Winter Workouts

Written by admin on . Posted in News Our Town Downtown.


By Shoshana Davis

With the temperature falling, New Yorkers are beginning to exchange linen dresses for bulky winter coats, tank tops for sweaters and gladiator sandals for knee-high boots. And it’s not just our wardrobes that get altered as days get chillier—our exercise routines must be reinvented as well.

It’s easy to come up with excuses when the thermometer drops. I know the winter workout struggle firsthand. A few years ago, I lost 132 pounds and began exercising daily. It’s hard to keep up healthy routines but, luckily for all of us living and working in Manhattan, there are activities here for every fitness level, price range and desired goal.

Swimming (Inside)
Growing up in Arizona, I swam competitively. The sport is an unbelievable workout—who doesn’t want abs like Michael Phelps? Most indoor pools are heated, and this low-impact exercise is a great for those who need a break from hitting the pavement.

If you’re new to swimming, JackRabbit Sports (42 W. 14th St., betw. 5th & 6th Aves., jackrabbitsports.com) offers swim classes for water lovers of all ranks. The level 1 class begins Jan. 8, is offered Sundays in Union Square and costs $175.

On the other end of the spectrum, if you’ve swum competitively in the past and miss the action-packed workouts, try out Red Tide Swim Club (various locations, www.redtidenyc.org), a United States Swim Master’s team with practices and workouts multiple times a day. Fees vary, from $110 per month for a minimum of two months, $140 for 10 swims or a $20 drop-in rate.

The Daily Stairmaster
One of the best fitness tips any time of year is to take the stairs. When I first moved to the city, I worked out with a personal trainer who had me sprint up and down the steps at the gym. The concept is easy, but it’s the toughest workout I’ve ever done.

The best part of this is that you can do it in your apartment or office building. If you live on the fifth floor, walk up and sprint down every day. If you work on the 10th floor, walk down every day and walk up on mornings when you’re not headed for a big meeting. Make sure to walk heel to toe—this will give you the best workout for your butt. It’s estimated that you can burn around 300 calories in 30 minutes of walking stairs.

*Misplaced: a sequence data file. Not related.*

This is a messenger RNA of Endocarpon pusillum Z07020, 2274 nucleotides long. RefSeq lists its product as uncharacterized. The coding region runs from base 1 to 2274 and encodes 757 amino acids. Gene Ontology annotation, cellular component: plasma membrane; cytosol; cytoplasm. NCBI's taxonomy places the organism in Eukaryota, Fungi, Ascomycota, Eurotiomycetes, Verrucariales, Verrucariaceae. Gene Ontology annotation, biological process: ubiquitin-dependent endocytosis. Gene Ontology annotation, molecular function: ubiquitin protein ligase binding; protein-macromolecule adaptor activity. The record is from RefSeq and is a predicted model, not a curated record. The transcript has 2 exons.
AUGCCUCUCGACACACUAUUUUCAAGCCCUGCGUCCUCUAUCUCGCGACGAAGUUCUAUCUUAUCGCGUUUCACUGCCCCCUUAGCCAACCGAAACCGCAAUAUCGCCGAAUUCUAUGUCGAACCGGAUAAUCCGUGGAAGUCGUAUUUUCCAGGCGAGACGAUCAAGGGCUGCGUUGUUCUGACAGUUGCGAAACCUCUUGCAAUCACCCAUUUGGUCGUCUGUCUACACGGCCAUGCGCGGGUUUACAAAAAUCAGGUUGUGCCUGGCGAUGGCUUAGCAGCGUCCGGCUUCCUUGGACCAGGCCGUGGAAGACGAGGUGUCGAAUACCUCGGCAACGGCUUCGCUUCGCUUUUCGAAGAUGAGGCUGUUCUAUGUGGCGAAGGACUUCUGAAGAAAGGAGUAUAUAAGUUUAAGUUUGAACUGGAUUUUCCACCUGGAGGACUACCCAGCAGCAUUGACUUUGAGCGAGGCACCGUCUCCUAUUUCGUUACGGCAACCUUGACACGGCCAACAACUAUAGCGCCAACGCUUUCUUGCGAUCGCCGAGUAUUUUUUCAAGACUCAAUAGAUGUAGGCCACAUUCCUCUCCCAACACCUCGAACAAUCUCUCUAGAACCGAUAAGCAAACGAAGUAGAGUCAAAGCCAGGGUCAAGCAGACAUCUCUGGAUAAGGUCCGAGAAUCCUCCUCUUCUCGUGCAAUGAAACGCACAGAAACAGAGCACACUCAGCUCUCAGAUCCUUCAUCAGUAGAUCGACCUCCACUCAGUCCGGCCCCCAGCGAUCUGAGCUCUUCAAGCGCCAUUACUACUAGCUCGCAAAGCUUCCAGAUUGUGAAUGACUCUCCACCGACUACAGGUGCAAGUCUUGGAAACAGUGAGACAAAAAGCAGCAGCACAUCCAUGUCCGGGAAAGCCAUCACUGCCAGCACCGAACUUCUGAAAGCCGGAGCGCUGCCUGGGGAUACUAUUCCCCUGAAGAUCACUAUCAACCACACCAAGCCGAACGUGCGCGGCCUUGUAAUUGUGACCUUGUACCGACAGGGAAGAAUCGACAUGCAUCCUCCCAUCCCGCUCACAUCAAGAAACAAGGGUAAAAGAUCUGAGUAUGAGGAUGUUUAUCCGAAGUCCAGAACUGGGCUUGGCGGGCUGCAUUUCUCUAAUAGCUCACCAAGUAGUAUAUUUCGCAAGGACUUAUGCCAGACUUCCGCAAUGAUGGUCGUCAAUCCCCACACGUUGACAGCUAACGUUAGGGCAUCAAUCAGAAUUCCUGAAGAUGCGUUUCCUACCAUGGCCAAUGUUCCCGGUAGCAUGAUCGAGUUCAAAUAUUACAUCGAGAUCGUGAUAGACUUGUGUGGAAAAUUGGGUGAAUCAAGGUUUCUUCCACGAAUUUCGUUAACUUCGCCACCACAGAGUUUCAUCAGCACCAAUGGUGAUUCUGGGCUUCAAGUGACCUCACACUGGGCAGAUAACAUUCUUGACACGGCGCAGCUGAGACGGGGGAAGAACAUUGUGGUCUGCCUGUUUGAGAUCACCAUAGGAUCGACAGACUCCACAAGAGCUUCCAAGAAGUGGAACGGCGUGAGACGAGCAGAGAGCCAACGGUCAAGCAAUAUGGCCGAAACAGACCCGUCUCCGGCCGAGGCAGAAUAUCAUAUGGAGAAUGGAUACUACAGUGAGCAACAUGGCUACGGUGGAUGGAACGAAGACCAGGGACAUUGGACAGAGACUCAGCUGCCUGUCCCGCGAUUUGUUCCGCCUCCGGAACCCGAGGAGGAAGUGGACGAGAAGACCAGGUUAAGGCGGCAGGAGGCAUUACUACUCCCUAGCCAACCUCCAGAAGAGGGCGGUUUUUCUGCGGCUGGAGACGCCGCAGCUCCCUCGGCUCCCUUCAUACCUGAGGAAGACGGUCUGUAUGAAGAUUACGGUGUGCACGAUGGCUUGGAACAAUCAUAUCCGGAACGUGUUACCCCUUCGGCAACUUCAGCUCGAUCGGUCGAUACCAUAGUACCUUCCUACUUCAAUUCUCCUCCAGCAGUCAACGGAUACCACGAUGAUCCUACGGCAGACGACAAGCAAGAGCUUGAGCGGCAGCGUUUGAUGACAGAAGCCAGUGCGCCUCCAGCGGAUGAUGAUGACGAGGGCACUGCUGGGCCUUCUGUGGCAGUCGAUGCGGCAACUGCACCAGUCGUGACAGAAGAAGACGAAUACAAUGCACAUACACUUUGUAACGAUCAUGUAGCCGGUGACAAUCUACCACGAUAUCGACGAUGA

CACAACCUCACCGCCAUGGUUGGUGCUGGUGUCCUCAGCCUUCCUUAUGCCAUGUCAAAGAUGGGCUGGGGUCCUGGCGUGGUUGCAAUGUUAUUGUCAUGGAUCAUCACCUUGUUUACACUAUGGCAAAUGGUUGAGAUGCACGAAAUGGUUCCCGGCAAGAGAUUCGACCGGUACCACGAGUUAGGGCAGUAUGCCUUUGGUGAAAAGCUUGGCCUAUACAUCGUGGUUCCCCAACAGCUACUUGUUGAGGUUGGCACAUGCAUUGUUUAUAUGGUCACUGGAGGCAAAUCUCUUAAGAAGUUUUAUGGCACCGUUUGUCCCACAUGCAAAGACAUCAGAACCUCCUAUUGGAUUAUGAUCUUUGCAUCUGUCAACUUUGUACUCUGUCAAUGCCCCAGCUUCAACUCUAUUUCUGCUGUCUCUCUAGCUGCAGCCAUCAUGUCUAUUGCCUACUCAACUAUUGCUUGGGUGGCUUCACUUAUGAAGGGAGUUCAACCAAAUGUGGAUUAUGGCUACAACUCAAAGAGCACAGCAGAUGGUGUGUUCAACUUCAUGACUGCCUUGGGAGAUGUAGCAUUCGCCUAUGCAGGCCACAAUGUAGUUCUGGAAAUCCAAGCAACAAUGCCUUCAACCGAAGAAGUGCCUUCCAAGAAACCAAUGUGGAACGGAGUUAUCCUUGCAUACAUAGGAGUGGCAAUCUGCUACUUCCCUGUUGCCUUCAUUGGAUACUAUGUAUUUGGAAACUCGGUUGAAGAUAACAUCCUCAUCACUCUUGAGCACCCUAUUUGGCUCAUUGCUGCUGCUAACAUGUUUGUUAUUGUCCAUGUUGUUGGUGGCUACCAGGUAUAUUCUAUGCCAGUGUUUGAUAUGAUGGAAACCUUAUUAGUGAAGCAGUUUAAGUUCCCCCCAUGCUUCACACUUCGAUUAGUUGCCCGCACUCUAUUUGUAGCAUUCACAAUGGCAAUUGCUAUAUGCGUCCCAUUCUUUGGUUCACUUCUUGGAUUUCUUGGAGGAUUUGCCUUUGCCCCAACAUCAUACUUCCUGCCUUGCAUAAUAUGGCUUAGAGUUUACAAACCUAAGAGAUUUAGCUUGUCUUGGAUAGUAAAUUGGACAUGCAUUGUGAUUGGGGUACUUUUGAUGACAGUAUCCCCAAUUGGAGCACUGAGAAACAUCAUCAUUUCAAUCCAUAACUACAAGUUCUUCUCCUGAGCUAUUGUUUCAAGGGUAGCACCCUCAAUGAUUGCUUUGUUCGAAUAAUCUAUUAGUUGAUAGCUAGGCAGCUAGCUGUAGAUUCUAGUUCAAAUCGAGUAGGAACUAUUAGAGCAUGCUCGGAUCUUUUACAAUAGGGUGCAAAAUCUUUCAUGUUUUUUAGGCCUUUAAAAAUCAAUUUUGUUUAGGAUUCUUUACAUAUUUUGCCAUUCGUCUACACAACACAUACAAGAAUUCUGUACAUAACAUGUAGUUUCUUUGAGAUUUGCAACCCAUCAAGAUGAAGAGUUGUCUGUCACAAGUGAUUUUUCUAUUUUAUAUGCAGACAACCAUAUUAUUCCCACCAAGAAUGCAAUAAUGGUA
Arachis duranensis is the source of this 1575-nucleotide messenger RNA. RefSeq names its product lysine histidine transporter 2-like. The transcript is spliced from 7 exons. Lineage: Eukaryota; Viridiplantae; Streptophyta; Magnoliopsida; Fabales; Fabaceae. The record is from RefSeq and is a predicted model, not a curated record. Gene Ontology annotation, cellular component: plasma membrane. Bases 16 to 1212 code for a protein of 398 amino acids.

The Gym Route
It seems like there are as many gyms in Manhattan as there are nail salons, and it can be hard to find the right fit. To save some money but still have access to fitness equipment, join a New York City Recreation Center. There are locations all around the city, and membership ranges from $100 to $150 a year for adults. They give you access to everything from treadmills to full-sized pools—at 27 cents a day, the Alfred E. Smith Recreation Center (80 Catherine St., betw. Cherry & Monroe Sts., nycgovparks.org) is a bargain, especially if you only use the gym on the weekends.

If you’re looking to hire a personal trainer and work out by the light of a disco ball, check out David Barton Gym (various locations, davidbartongym.com). They offer an alternative experience to most gyms; their personal training packages require multiple sessions per week, but they’ll throw in the membership at no extra cost.

Walking It Out
If classes aren’t for you and the thought of a run in the park seems a bit daunting, just walk! Even 60-90 minutes of moderate walking per day can lead to weight loss.

The High Line (Gansevoort St. to 34th St. betw. 10th & 11th Aves., www.thehighline.org) is a great place for a walk. Grab a cup of coffee (skim milk and two Splendas bring the beverage to less than 40 calories) and enter at Gansevoort Street in the Meatpacking District. The park creates a built-in course with defined beginning and end points, allowing walkers to track mileage.

The David Barton gym has the amenities of Equinox with the pizazz of a disco party. Locations are in Chelsea and Astor Place. PHOTo courtesy of David Barton Gym

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